But having spent three days heating your oven and four drying the apples or pears, how are you going to enjoy the fruits of your labour? Well don’t worry because you have between 3 and 10 years to decide, assuming the fruit was well dried. Nowadays the back of the packet recommends eating them as a snack, rehydrating them in liquid (e.g. wine, tea or cider) or incorporating them into your favourite sweet and savoury dishes (think pork roast with apples or a fruity tagine). You can also buy a variety of secondary products: jam, terrines, wine, fruit in wine, brandy or syrup, or pastries with a fruity filling.

Pommes tapées in Mulled Wine

 

As to how they were enjoyed historically, well that’s where I hit a bit of a brick wall. The one clear reference I found is from 1856 and says to enjoy them as a dessert, cooked in wine and sugar.[6] To be really historically correct, I suppose you would have to stop there. But. Considering that they are now enjoyed in a spiced, wine syrup, generally using spices which have been available in France for centuries, and because it’s coming up to Christmas, I decided to rehydrate the apples that I had bought in what is basically mulled wine.

And if you don’t have a wood-fired brick oven/four days/any desire to make your own? You can order pommes et poires tapées and assorted variations on them here or here. Another option would be to try something similar with dried apple rings, which aren’t as tough and chewy, but would give you a similar experience. This recipe makes a warming, spiced dessert which would be perfect served in crystal glasses on a cold winter’s night.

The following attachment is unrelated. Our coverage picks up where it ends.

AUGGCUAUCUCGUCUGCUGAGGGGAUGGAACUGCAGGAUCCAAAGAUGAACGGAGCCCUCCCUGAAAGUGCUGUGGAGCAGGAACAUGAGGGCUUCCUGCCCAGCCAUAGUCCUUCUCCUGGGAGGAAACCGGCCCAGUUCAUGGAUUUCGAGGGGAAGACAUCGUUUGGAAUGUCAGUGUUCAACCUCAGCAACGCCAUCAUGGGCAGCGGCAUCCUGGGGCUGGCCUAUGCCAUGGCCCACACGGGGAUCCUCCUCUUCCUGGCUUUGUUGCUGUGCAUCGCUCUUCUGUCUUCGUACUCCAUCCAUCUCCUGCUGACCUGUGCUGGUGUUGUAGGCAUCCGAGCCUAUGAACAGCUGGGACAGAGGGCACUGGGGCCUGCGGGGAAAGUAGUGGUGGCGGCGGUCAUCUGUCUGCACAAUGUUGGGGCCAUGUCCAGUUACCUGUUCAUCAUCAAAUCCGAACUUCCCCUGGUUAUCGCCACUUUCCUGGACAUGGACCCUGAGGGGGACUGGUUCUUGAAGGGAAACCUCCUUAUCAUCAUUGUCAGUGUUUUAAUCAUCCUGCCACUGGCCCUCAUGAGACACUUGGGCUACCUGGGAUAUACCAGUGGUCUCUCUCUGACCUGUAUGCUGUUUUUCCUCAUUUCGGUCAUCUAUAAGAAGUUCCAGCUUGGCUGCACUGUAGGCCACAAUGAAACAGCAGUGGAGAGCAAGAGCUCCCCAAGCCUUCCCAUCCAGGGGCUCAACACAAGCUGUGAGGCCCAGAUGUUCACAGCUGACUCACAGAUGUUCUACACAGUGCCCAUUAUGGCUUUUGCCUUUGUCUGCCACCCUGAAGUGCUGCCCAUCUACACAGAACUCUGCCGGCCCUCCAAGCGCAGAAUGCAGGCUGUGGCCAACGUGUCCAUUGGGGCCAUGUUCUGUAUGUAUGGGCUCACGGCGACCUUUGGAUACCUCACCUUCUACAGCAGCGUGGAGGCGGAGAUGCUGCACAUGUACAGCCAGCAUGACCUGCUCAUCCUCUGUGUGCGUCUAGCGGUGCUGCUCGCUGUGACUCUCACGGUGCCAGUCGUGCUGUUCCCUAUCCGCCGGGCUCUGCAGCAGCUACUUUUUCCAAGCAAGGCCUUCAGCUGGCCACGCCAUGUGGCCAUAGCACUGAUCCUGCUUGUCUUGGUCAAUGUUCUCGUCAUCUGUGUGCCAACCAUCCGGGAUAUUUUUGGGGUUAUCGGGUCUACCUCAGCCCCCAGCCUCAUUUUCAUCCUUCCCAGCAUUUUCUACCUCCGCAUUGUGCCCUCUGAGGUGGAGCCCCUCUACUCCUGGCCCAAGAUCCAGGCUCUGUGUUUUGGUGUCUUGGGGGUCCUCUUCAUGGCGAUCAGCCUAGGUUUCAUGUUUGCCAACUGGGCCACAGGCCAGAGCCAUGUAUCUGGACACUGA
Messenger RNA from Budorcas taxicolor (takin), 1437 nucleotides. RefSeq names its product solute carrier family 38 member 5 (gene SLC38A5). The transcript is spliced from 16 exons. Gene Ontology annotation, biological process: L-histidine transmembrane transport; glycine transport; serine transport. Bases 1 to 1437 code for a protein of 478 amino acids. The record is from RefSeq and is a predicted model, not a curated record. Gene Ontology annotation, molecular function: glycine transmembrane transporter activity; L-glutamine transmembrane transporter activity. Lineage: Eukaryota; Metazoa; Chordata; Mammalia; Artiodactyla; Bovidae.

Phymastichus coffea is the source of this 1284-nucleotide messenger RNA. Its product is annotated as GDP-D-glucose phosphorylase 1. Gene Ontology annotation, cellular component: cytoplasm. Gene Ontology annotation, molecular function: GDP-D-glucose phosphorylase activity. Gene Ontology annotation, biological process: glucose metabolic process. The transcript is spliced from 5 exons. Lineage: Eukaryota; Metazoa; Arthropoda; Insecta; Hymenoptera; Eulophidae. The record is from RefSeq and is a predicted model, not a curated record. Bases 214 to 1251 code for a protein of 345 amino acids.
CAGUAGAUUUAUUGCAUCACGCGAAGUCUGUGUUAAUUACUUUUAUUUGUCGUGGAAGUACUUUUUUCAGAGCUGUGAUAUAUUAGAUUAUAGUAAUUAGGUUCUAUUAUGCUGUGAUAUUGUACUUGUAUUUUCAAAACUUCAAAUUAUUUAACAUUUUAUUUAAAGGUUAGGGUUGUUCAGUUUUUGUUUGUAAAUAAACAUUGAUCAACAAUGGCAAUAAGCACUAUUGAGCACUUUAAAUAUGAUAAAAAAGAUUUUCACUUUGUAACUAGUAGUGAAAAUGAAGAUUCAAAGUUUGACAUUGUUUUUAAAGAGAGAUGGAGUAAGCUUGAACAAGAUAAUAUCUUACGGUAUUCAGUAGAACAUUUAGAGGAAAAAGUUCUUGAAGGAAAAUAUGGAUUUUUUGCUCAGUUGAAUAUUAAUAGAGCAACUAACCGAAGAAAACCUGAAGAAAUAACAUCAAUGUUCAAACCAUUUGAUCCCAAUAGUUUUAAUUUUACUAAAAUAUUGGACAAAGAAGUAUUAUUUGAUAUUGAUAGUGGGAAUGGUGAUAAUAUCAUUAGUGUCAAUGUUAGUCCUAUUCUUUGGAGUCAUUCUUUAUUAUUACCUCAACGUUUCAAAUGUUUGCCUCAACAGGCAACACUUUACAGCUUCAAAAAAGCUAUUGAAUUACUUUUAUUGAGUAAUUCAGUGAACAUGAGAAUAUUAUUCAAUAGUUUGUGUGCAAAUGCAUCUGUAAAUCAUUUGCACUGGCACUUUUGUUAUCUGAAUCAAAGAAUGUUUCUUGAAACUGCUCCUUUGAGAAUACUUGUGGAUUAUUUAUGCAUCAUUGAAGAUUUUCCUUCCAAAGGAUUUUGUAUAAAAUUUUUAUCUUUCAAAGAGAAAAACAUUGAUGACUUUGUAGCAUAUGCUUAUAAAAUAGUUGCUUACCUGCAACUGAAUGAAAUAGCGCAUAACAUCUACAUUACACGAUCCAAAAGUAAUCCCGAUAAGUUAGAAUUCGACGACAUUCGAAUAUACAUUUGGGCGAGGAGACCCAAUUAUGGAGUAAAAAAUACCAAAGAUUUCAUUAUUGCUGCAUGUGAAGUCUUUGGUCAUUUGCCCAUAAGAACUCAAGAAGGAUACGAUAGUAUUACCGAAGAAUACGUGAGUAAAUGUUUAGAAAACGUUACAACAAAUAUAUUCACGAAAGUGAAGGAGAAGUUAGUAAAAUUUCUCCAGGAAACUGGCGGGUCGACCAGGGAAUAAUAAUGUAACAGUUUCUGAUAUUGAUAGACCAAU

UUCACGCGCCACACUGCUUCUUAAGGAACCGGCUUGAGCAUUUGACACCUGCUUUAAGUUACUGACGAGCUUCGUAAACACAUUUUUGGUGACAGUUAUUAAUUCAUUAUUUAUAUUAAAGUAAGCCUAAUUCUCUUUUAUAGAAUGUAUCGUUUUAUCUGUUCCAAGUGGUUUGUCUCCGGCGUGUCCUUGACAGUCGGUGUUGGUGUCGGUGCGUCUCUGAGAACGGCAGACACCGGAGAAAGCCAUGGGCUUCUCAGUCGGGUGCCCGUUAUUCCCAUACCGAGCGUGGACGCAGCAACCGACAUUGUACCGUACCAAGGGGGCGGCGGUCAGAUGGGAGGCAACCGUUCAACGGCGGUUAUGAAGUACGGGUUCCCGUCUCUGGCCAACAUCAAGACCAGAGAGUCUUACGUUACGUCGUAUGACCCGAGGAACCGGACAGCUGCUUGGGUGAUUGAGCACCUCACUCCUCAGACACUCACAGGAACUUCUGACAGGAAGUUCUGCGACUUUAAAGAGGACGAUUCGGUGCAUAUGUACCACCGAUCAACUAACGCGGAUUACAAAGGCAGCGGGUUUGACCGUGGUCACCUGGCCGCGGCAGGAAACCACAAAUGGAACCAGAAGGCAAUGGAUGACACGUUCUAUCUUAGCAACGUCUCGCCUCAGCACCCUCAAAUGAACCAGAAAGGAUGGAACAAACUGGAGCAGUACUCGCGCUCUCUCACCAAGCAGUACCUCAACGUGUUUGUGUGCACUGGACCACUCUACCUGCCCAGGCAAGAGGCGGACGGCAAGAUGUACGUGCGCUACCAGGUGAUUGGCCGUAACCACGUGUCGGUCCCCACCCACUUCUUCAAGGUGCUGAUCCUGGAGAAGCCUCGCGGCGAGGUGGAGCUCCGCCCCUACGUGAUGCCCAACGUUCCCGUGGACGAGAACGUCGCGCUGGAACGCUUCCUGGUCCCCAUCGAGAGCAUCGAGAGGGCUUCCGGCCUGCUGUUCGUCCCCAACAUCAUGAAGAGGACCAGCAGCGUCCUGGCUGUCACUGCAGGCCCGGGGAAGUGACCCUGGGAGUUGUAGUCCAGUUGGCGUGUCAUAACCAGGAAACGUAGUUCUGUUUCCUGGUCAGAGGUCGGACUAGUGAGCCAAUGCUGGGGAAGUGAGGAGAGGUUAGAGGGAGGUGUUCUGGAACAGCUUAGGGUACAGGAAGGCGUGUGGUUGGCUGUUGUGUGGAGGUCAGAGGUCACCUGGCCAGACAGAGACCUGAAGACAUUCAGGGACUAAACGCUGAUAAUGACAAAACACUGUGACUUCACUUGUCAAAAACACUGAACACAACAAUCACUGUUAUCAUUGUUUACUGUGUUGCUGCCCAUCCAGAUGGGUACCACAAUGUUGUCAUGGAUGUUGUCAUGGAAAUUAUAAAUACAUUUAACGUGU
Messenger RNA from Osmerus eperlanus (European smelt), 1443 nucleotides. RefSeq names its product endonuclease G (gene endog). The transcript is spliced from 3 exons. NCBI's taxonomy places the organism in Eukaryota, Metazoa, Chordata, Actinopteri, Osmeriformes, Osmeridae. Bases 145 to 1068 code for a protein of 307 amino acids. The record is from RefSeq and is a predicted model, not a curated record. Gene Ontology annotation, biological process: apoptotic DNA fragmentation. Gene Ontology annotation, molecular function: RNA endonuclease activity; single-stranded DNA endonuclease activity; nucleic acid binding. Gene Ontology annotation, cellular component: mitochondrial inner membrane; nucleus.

Pommes tapées in Mulled Wine

 

1 bottle of red wine, pretty much any type will do but you will have to adjust the sugar to taste

Sugar, probably between 1/4 and 1/2 a cup depending on the wine and how you like it

125g of pommes tapées, about 10 dried apples.

2 cinnamon sticks

3-4 cloves

Half an orange, sliced

 

  1. Place all the ingredients in a saucepan and bring to a low simmer. Simmer for 30 mins or until the apples have swollen and are soft. Serve hot.

Pommes tapées in Mulled Wine

The Recipe: Extrapolated from a reference in Bulletin de L’instruction Primaire : Journal D’éducation et D’enseignement, (available here)

The Date: 1856

How did you make it? See above.

Time to complete?: 30 mins.

How successful was it?:  Quite chewy, but really very tasty. I think it make a lovely winter dish, and it smells just like Christmas!

How accurate?: Well, I think it’s a combination that is possible, but without an actual recipe it’s very hard to tell.

Links

An English recipe for pommes tapées is available here

A French recipe for wine made from dried pears is available here

And to dry your own pears you could try this recipe (also in French)

[1] Benedicte Pradat, “L’économie Agro-Pastorale Dans Le Loiret À L’âge Du Fer (du Hallstatt Ancien À La Tène Finale) : Synthèse Des Données Carpologiques,” Revue Archéologique Du Centre de La France 49 (2010): 132.